We made it to Lima after 20+ hours on a hot bus but it was cheap. I am seriously considering now adopting kids. When they are nine. Haha I really want to skip the whole I am a screaming baby stage because I just had to sit next to one yet again on a bus for 20 hours I just can't escape it! Lima has been great so far though. We have a (really) awesome CS host this time. More on that later. The last thing I wanted to mention was how terrible the movies were on our bus ride. We had (In Spanish with no subtitles) a movie that looked like it was shot by a guy in his garage with no plot line at all and all his friends acted in it. You know the ones, really one of the worst movies I have ever seen haha. Directly after that we had the first Tarzan movie made in the early 1940's in black and white and also totally in Spanish lol some great movies those were!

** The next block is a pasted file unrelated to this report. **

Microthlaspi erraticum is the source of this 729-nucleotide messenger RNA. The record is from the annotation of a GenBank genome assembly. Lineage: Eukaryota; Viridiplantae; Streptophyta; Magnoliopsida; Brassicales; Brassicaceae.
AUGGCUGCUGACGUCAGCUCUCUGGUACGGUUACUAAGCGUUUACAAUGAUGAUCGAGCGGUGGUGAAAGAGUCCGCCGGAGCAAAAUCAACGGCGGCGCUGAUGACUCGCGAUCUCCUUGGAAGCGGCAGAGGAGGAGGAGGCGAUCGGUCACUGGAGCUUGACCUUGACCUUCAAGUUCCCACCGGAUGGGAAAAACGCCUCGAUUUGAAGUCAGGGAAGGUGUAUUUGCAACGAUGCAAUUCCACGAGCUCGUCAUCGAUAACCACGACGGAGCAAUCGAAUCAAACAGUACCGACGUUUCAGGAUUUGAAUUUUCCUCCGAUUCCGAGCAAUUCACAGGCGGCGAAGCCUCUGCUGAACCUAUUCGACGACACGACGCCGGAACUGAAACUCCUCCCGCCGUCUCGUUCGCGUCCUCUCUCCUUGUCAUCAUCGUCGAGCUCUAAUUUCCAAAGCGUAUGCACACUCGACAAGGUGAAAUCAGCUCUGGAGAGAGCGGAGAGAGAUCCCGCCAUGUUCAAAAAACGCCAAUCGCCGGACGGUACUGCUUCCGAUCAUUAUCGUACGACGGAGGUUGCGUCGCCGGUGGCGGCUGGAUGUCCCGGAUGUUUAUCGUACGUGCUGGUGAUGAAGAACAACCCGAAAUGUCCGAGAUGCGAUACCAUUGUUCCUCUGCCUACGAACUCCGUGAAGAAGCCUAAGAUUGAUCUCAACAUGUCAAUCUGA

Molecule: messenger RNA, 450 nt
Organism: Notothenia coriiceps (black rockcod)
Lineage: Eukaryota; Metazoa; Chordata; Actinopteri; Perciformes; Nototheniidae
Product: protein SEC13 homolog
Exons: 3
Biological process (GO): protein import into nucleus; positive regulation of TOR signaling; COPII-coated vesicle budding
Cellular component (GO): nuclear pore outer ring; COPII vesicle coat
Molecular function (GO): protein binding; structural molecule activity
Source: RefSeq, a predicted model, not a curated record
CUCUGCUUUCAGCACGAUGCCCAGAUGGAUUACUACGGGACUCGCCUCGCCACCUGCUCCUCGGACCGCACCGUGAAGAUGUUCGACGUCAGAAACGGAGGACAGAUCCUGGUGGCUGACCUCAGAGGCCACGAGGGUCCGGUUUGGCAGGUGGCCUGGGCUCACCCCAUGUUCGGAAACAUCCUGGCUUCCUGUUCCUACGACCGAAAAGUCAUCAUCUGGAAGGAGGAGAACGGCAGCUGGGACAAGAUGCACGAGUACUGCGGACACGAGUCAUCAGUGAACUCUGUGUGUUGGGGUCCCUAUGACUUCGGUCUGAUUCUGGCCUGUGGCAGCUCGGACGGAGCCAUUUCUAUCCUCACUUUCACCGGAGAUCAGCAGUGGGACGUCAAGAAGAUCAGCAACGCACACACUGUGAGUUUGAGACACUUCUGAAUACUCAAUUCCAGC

Until next time,Tyler

Tuesday, April 19, 2011

Lake Titicaca and more.....

Just letting yall know we made it out of La Paz alive (didn't get blown up by any dynamite) and we had a good time there. We went to Lake Titicaca for a day from there. It is one of the biggest and highest lakes in world. It was beautiful there and we had great weather. After 36 hours of agony I finally beat that stomach bug so I am back to eating and drinking like normal thank God. The altitude is still getting to me some and I still have that damn head cold but otherwise I am 100%. Ben and I and some people we met on the bus did a semi major hike up a big hill/mountain to watch the sunset over Lake Titicaca and it was a hard hike but so worth it because the sunset was one of the best I have seen in a long long time. I will put a picture of it on here soon and on Facebook too.